Local political representatives have vowed to continue working to attract retail businesses to Sprucefield, despite John Lewis saying it currently has no plans to open a store in Northern Ireland.
Last week a High Court ruling lifting restrictions on Sprucefield paved the way for more retailers to come to the site.
The lifting of the ‘bulky goods only’ restriction from the Belfast Metropolitan Area Plan (BMAP) raised hopes of John Lewis finally coming to Lisburn.
However, the company told the Ulster Star that it does not have any immediate plans to open a store in the province.
But Lagan Valley MP Sir Jeffrey Donaldson said renewed attempts will now be made to attract the department store to Sprucefield, while the council confirmed it will also be making efforts to attract John Lewis and other retailers to the site.
Sir Jeffrey said: “This ruling confirms that the bulky goods restriction which prevented John Lewis from locating at Sprucefield has been removed.
“Those who have given up on the fight to secure this major development are wrong. I will continue to work with the company and the developers as I have done over the last number of years.
“The path is now clear for an application to be lodged and I would hope this can happen as soon as possible.”
UUP MLA Jenny Palmer said the removal of a bulky goods restriction on Sprucefield is good news for not just John Lewis but other companies.
She said: “I am overjoyed that this senseless restriction has finally been put to bed. If you had told me when I sold my family land in 2004 that we would still be waiting in 2016, I would have not believed it.
“It has been an agonising wait of more than a decade, but finally a massive barrier has been lifted. I look forward to development starting as soon as possible.
“I know that many, including myself, are keen to see a John Lewis store sited at Sprucefield. What is important to remember is that this bulky goods restriction being lifted does not only mean good news for John Lewis. It means that other companies many also consider developing there.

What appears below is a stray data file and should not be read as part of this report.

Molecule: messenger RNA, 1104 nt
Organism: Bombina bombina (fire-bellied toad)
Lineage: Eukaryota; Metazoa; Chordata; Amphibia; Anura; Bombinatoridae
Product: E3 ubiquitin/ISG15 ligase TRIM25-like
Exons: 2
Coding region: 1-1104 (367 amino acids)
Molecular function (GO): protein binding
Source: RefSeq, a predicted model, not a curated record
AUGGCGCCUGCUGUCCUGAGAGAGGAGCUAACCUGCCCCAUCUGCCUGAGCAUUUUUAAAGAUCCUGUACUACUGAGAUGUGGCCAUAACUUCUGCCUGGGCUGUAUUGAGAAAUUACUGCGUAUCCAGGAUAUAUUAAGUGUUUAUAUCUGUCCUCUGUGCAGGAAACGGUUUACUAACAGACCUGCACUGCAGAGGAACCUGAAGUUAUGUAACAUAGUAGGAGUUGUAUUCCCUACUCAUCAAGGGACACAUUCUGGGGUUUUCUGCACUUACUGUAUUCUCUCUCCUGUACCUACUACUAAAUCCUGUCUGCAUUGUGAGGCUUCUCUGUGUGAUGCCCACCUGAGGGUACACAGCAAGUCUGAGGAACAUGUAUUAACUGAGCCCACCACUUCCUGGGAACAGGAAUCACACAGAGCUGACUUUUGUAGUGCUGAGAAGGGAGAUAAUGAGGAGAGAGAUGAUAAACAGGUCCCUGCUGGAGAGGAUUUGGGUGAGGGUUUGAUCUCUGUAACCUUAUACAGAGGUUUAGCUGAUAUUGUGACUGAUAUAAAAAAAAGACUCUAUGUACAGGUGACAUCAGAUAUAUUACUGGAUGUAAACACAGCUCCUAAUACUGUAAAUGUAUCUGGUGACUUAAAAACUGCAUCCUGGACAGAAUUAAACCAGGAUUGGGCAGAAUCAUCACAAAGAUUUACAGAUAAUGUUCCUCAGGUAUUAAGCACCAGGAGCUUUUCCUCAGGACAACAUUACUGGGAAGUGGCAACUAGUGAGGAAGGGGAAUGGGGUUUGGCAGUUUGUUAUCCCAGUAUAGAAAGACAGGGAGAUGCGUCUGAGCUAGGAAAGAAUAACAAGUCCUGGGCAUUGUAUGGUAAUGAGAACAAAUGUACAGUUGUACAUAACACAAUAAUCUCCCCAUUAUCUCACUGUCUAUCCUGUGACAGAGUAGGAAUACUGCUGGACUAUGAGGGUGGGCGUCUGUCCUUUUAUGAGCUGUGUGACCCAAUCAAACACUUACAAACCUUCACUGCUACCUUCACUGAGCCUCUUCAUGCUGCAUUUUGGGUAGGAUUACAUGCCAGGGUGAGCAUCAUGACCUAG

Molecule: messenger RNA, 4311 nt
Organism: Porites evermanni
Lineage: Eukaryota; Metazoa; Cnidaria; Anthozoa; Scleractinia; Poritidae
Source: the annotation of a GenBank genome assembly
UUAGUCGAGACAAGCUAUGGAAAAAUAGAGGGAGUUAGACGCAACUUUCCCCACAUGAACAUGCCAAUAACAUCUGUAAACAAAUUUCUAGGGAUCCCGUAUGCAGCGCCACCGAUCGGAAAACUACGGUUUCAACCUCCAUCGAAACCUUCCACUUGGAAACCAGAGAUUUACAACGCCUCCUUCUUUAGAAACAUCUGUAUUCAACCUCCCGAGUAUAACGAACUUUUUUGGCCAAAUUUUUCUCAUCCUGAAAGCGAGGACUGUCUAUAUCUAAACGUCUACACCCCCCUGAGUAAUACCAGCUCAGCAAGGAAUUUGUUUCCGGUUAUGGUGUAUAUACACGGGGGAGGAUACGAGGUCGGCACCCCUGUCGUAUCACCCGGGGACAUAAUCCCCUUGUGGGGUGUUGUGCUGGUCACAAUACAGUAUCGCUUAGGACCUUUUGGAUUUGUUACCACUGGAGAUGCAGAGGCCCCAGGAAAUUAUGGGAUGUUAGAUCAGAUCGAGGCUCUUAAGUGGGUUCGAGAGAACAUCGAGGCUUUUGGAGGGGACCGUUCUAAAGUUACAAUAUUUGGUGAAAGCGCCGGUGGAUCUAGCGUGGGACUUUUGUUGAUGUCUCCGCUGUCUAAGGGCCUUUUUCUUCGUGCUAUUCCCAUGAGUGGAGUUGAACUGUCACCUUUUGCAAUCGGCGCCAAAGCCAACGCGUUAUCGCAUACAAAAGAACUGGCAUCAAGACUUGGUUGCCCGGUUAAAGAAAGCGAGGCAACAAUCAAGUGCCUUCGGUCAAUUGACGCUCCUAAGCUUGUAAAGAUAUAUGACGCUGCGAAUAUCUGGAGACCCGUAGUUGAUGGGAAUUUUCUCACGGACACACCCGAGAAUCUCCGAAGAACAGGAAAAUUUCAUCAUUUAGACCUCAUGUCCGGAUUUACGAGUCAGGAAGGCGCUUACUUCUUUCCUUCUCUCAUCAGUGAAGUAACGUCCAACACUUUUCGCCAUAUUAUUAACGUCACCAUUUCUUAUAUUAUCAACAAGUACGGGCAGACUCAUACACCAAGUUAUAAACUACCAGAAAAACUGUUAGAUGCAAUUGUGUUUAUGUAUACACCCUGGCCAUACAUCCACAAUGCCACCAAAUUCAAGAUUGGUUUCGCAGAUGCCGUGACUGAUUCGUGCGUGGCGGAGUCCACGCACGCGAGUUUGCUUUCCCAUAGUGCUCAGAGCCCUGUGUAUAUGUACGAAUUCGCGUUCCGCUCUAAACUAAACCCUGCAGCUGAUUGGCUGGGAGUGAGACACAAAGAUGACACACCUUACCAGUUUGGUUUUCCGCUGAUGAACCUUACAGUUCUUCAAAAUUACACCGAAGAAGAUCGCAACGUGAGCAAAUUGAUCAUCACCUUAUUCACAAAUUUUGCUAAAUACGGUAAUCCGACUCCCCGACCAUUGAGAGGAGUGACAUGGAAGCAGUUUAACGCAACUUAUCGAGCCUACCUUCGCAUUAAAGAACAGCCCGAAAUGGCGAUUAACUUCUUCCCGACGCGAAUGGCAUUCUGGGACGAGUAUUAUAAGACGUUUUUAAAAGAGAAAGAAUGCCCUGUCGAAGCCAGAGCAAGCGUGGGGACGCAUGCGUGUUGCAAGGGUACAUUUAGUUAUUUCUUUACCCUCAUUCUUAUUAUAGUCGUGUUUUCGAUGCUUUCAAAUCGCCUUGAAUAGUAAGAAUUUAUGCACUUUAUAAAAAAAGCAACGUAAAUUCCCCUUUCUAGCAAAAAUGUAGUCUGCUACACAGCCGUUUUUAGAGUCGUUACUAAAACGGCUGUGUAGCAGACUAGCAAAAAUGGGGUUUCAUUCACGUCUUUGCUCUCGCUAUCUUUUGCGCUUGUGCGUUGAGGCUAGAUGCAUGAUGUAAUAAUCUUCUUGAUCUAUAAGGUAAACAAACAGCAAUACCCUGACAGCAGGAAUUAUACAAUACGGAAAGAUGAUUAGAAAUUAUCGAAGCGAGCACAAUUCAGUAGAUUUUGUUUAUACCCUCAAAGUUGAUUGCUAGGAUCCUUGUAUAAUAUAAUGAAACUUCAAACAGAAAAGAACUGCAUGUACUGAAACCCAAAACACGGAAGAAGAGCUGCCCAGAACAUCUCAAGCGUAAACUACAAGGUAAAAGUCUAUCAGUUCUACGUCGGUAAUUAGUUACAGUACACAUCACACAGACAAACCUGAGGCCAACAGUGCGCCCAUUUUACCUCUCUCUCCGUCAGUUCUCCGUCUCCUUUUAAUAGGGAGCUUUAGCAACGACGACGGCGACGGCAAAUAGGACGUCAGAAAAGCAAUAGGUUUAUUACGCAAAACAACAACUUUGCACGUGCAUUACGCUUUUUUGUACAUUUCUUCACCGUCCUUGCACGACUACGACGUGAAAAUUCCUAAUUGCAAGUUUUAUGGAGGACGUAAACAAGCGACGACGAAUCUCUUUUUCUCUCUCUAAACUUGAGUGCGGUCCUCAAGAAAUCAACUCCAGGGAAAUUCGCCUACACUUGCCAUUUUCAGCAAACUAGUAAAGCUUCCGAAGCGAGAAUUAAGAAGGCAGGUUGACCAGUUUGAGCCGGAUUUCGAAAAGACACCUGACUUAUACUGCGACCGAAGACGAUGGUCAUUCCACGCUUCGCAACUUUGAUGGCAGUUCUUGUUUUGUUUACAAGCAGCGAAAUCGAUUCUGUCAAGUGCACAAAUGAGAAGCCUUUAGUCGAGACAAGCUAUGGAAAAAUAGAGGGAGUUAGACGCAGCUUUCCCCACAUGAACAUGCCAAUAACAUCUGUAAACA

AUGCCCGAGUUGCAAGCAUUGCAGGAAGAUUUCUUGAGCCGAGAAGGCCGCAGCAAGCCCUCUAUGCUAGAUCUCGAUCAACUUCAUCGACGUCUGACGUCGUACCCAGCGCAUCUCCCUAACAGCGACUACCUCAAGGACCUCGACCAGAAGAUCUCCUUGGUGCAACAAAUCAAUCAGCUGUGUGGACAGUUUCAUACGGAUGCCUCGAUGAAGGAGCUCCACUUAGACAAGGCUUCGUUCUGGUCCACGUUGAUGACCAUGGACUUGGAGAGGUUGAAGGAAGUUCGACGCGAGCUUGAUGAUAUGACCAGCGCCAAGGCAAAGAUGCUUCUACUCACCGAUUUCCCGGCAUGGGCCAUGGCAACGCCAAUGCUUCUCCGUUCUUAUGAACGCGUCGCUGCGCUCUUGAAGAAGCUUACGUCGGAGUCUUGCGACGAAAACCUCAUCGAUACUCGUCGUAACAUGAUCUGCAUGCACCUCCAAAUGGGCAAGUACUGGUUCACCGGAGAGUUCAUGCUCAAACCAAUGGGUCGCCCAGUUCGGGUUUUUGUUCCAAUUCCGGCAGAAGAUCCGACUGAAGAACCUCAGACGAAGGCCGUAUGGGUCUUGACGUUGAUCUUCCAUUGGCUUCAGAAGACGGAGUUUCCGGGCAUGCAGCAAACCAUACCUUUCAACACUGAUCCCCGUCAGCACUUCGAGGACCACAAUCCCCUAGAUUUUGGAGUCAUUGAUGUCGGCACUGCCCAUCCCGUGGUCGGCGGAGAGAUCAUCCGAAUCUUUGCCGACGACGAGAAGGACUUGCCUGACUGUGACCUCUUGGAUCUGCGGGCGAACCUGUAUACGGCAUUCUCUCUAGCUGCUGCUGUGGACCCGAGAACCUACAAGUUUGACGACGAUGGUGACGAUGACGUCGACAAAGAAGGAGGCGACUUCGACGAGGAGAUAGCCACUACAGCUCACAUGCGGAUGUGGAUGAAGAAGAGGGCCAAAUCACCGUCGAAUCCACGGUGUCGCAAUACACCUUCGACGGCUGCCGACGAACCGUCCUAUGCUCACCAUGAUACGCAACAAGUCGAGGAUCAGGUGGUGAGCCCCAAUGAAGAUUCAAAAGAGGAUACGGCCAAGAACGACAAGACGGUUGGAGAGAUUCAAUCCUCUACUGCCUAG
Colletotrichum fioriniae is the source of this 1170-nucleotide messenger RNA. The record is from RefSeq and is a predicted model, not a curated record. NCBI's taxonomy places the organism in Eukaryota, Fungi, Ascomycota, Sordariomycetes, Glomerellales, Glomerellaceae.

“I would welcome a vibrant and competitive development process, to bring as many jobs as possible to the site.”
Lisburn and Castlereagh City Council Mayor, Councillor Brian Bloomfield told the Star that the High Court’s decision creates retail opportunities for Sprucefield.
He said: “I am pleased that the restrictions which had been imposed on Sprucefield Park have been shown to be unlawful and that this decision will help ensure that the full potential of this shopping destination can eventually be realised.
“For far too long people right across Northern Ireland have been frustrated at the delays at bringing major retailers to Sprucefield and I am delighted that the future development of the site has now cleared a major obstacle in its way.
“I look forward to the major investment, job creation and retail opportunities that could be brought to Sprucefield with these more relaxed planning restrictions.”
Councillor Alexander Redpath, Chairman of the council’s Planning Committee, confirmed that potential developers would be made aware of the ruling.
He said: “BMAP outlined a number of onerous planning restrictions at Sprucefield. Our position in Lisburn was always that this was unfair so I am delighted that the High Court has backed us on that.
“The council’s economic development team are in regular contact with a wide variety of retailers including John Lewis. All potential investors will be made aware of the significance of this ruling.
“From 2019 onwards the council’s Area Plan will replace BMAP, but until then any application in respect of Sprucefield will be considered on its merits by the council Planning Committee with reference to the appropriate plan including the now amended BMAP.”
Meanwhile, Lisburn and Castlereagh councillors have hit out at Belfast City Council after it announced its intention to appeal the High Court’s decision lifting the ‘bulky goods only’ restriction on Sprucefield.
Belfast City Council has raised concerns about the potential impact further development at Sprucefield could have on the city’s retail sector. However, some Lisburn and Castlereagh representatives have slammed the City Council’s move to appeal the court’s ruling as “absolutely disgraceful.”